Microcomponent tagging

From apm
Jump to: navigation, search
This article defines a novel term (that is hopefully sensibly chosen). The term is introduced to make a concept more concrete and understand its interrelationship with other topics related to atomically precise manufacturing. For details go to the page: Neologism.

Contrary to small DMEs diamondoid microcomponents can provide enough space to carry structures for their identification around.

To keep it compact one may only include links to more information.

Relevant informatios about microcomponents are e.g.:

  • types and compatibility informations - With this microcomponents that became shuffled somehow can be sorted and recycled.
  • absolute maximum ratings like: e.g.
  • allowed temperature range - see: "consistent design for external limiting factors"
  • predetermined ultimate strength of interfaces (nondestructive overload cleavage may be supported)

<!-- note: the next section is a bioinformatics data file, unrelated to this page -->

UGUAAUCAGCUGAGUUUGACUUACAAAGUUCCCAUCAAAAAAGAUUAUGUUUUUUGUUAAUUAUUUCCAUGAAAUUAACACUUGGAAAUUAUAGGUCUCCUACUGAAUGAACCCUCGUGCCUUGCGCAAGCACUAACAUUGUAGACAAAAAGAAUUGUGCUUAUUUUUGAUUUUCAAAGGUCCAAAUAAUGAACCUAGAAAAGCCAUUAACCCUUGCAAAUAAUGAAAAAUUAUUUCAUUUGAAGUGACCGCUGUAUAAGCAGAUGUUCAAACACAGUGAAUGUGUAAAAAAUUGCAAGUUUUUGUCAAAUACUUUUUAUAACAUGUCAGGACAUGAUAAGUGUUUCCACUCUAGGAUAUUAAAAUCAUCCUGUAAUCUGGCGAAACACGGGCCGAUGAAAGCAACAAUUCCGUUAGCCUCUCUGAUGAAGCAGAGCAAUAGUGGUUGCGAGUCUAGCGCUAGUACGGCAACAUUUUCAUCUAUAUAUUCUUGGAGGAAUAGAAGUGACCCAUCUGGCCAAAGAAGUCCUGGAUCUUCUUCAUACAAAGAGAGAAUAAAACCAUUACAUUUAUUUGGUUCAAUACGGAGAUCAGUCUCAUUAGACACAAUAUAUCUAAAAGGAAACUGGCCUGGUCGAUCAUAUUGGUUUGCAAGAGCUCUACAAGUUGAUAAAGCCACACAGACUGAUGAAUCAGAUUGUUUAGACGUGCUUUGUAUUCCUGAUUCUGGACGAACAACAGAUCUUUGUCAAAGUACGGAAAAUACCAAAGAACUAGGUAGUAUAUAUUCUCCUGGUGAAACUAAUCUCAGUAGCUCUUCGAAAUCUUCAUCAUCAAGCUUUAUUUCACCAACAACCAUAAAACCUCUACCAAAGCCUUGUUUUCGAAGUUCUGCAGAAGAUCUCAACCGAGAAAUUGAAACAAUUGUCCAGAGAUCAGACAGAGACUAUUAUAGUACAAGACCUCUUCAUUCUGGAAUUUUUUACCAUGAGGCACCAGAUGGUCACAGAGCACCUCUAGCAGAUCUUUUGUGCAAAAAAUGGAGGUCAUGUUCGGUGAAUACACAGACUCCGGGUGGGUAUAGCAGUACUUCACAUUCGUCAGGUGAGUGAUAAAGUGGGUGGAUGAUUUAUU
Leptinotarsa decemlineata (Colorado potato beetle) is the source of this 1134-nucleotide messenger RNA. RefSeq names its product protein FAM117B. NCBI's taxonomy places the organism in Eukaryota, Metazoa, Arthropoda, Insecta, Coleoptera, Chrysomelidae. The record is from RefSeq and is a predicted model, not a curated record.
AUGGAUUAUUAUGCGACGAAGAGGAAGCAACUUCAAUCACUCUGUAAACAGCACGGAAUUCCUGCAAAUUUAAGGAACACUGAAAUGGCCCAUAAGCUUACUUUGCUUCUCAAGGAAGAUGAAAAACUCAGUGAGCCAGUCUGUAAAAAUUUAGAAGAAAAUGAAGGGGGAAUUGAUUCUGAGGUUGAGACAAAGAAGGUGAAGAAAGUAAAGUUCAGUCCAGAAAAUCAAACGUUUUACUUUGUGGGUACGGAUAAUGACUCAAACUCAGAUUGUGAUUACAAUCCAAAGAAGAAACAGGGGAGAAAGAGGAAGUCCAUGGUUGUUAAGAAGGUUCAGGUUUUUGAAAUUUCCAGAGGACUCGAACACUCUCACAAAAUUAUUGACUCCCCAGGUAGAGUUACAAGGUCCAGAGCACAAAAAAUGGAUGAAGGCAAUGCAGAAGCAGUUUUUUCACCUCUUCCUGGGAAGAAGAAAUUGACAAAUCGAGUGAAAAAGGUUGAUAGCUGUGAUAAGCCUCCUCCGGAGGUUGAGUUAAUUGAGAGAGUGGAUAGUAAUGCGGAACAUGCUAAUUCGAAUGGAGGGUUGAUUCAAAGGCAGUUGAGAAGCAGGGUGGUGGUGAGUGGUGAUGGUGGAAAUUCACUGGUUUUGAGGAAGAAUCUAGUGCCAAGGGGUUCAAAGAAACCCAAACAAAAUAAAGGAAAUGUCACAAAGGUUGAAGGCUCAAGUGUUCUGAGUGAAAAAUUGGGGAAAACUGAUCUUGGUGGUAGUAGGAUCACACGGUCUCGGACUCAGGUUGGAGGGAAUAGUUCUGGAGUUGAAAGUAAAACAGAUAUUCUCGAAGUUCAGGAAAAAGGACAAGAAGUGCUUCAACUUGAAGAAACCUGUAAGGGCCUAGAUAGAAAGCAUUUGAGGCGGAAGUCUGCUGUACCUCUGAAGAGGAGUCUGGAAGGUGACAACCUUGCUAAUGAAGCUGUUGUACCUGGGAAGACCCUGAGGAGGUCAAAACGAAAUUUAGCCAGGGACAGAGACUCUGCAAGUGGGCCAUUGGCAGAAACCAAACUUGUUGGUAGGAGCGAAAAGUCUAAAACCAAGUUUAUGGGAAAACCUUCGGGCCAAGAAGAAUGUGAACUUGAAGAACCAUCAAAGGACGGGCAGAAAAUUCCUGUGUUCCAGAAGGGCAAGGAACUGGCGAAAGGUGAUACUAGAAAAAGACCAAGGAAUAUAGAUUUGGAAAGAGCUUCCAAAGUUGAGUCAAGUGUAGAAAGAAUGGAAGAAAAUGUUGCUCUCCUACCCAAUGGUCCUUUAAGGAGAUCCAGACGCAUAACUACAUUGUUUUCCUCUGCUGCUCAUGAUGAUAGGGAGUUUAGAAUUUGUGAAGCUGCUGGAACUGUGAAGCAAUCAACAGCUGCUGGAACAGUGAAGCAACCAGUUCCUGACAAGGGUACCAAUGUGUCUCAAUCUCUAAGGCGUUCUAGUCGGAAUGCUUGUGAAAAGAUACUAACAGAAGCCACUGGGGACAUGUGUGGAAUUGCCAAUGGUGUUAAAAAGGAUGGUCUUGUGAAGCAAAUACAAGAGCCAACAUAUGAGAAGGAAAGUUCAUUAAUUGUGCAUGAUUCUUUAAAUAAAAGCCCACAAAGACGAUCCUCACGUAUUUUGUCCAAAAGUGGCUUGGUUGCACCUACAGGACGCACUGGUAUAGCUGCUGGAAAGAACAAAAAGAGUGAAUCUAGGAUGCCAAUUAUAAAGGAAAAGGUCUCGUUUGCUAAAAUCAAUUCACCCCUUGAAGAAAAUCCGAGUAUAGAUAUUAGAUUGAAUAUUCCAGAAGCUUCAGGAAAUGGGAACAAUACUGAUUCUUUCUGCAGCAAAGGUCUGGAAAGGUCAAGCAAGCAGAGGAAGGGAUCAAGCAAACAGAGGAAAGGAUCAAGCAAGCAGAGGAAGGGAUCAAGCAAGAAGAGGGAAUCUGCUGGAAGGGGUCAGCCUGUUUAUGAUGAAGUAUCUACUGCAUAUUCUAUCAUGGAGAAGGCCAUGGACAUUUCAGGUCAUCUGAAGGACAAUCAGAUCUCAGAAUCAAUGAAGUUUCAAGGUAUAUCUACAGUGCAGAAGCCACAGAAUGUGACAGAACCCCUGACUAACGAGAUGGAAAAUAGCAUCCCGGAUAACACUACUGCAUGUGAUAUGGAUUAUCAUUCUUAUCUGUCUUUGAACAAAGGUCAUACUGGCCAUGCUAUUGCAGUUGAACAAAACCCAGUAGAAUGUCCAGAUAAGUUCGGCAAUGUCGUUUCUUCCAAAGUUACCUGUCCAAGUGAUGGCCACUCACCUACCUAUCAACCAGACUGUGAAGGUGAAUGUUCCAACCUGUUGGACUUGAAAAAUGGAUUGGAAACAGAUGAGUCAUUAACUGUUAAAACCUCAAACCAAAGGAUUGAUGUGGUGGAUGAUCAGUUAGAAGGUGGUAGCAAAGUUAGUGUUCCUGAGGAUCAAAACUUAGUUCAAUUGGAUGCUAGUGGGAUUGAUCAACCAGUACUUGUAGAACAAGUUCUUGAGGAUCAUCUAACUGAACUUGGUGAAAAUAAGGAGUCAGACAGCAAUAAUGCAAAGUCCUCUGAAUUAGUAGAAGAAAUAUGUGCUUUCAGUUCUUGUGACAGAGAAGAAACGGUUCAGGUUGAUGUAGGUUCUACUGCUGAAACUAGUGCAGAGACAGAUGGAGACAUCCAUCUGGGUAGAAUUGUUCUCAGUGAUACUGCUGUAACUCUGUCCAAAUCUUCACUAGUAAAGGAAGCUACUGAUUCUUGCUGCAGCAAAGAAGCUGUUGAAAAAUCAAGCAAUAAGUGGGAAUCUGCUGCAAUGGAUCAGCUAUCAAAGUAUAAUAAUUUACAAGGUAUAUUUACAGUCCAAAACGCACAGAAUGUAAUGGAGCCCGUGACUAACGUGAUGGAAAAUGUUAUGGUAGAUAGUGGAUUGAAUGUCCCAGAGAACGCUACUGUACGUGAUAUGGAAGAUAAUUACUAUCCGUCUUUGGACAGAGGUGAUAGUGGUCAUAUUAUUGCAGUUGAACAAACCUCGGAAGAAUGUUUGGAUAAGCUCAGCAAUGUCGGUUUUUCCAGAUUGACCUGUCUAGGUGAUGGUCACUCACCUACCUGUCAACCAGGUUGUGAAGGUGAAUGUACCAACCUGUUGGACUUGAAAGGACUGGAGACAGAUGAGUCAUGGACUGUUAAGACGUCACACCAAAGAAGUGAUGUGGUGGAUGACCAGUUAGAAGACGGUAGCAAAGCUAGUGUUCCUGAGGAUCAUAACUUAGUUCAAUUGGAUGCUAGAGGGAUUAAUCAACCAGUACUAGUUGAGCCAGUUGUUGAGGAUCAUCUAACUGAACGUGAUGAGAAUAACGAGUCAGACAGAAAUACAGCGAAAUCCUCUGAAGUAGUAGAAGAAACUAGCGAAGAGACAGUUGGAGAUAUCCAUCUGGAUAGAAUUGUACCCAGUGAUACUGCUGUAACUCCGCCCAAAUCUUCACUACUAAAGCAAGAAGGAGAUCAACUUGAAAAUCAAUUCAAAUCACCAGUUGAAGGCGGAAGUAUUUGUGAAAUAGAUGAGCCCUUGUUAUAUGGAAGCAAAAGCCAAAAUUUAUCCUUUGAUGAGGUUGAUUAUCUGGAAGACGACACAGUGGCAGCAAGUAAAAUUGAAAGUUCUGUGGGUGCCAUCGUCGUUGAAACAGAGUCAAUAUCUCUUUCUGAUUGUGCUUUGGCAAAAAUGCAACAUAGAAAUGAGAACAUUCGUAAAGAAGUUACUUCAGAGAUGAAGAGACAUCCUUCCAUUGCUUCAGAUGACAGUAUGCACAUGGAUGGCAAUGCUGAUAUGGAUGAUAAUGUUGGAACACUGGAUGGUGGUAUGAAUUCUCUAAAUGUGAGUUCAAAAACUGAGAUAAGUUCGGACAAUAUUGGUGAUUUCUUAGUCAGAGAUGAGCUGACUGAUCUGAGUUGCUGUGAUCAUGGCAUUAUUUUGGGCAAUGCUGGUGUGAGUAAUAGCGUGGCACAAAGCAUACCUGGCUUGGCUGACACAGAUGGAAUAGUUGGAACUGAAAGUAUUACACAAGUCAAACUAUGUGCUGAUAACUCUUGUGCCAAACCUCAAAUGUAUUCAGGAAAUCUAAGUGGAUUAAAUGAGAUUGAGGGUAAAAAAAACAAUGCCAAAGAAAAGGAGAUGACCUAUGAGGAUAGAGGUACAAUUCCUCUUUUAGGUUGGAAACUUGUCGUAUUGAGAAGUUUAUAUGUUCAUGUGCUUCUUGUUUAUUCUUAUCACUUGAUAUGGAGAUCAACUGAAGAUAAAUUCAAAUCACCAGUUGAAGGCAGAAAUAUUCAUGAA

A robust simple and easy to handle tag could be a grid of square or hexagonal areas indented to different depths on an outer surface (vaguely similar to QR codes). (Testing peg readout mechanisms ...)

If desired one can additionally to a "normal" info tag even go as far as to give each and every microcomponent a unique identification number - without much effort. Other individual information would be e.g. the creation time.

With rewritable data storage dynamic per microcomponent information can be stored like:

  • number of reuses in different products - one could even include clocks that can count for ridiculously long time in the small space of a single microcomponent
  • estimated damage of the microcomponent - relevant for self repairing systems
  • contamination: whether the component had contact to the external world and thus might have dirt sticking on it

Adding more possibly rewritable data storage capability onto or into a microcomponent one ends up with a data storage cell. Diamondoid structures (in the sense of stiff rods) do not necessarily have the highest possible data densities but have high thermal stability.

Finer AP structures like alternating passivation with hydrogen and fluorine or more advanced atomically precise semi diamondoid structures might be used for maximum density data storage but will be more susceptible to data loss by damage.


External Links